Marquee athletes get paid to perform at a high level under pressure. More importantly, they know what it takes to get to the big leagues. The punchline to the old joke “How do you get to Carnegie Hall?” applies to athletes and actors alike. “Practice, practice, practice!” Here are 2 things athletes can teach actors about auditioning.
Prepare more than you think you need to.
You’ve spent some time in the batting cage, you’ve been hitting the ball regularly so you feel like you’re ready for game day. The next day, with the game on the line, the manager says “You’re up” and you step out of the dugout and up to the plate.
But somehow, your time in the cage didn’t quite prepare you for this. Your hands are sweating, your breathing is shallow and you can feel your heart beating in your chest. You don’t have time to take a few swings and get in a groove. The crowd is staring at you and, unlike the pitching machine, the pitcher isn’t just throwing fastballs! You try to concentrate on your swing but you get confused and your timing is thrown off. Three strikes later you’re back in the dugout wondering what happened. Welcome to the big leagues!
Sound familiar? Preparing your sides for an audition in your batting cage... I mean livingroom...doesn’t adequately prepare you for an actual audition. These 2 things will help you enormously. First, set up a camera and have someone read (next to it) with you as a casting director would. This simulates “game conditions” so you won’t be thrown in the audition room. You’ll also be able to watch the playback to make sure what you intend is what’s coming across on camera.
Second, make sure you hit way more balls than you think you need to. Use every waking moment you have, from the time you get your sides right up to your audition, to work on your scene. Become so familiar with it that you know your lines inside and out. Get them in your DNA. Work harder than you think you need to. Work like your life depended on it because your professional life does depend on it. This is the big leagues. Don’t show up unprepared. If you’re thinking about what line comes next you’re not engaged in the conflict of the scene.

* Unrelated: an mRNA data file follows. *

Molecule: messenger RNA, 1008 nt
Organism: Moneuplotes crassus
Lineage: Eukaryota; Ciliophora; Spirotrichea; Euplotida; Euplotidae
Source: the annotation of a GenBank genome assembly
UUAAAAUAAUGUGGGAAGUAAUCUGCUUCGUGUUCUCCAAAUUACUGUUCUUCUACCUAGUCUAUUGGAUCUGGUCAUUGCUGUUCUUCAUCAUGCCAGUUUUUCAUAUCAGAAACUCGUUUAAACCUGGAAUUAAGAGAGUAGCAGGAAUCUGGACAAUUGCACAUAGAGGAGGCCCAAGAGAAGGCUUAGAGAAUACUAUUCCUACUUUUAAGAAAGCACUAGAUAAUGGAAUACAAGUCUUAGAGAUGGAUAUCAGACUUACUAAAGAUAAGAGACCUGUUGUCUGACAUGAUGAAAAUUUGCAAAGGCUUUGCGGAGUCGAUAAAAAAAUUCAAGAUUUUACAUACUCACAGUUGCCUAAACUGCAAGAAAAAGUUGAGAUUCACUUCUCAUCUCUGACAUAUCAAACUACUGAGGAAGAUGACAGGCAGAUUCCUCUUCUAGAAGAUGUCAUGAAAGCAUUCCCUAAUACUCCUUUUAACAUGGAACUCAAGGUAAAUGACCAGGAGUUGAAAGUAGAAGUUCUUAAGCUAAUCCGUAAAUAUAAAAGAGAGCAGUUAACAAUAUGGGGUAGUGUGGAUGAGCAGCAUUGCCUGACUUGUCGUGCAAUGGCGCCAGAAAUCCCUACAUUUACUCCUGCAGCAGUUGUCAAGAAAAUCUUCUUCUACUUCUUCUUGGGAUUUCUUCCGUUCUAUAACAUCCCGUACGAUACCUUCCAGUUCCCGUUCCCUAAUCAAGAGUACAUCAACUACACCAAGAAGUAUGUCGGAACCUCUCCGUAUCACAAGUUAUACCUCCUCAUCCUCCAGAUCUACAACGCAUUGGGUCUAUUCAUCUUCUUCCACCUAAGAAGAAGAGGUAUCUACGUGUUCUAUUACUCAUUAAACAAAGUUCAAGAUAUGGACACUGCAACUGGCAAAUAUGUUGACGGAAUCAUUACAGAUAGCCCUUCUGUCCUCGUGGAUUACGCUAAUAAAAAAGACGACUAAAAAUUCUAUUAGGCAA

If the casting director throws you a curveball and asks you to read it a different way it won’t be a big deal because you’re rock solid and are ready to play. Is it required that you’re off book for an audition? No. Will you give a better audition because you are? Absolutely. Make the most of your audition opportunities. Thorough preparation is the key to a successful audition.
Solid Preparation Quiets Audition Nerves
Preparation is your best defense against audition nerves. If you’re consistently hitting it out of the park 9 times out of 10 in practice, you’re going to feel pretty good about your chances when you step up to the plate to bat. That confidence is a beautiful thing. It allows you to step up and do what you know how to do.
Have you ever seen a major league player nervous to the point they’re shaking at the plate? No, because you don’t get to play in the majors if you do. And if your nerves and insecurities are showing at your audition you don’t get to play roles on TV or film either. Professional athletes and professional actors deliver under pressure. They’re professional because their fundamentals are impeccable giving them the foundation and the confidence to be their best when it counts.
Not having to worry about mechanics like hitting and fielding, or remembering your lines and being aware of what you look like on camera, let’s you focus on higher level concerns like playing the game or listening and pursuing what you need in the scene. It’s sad but, in many cases, actors just don’t put in the hours of hard work it takes to prepare to be great. Get your fundamentals down so you’re free to play your game at the audition.
Want 6 pro steps to prepare for your next audition? I invite you to grab a copy of my free guide The 6 Secrets of a Working Actor here.
All my best,
Philip Hernandez is a respected acting teacher and singing coach in NYC. He is also the only actor in Broadway history to play both Jean Valjean and Inspector Javert in Les Miserables. He created principal roles in Broadway’s Kiss of the Spiderwoman and Paul Simon’s The Capeman. You may also know him from his many television appearances: The Blacklist, Gotham, Blue Bloods, Nurse Jackie, Elementary, Person of Interest, Hostages and Damages to name a few. For information about acting lessons CLICK HERE or singing lessons CLICK HERE.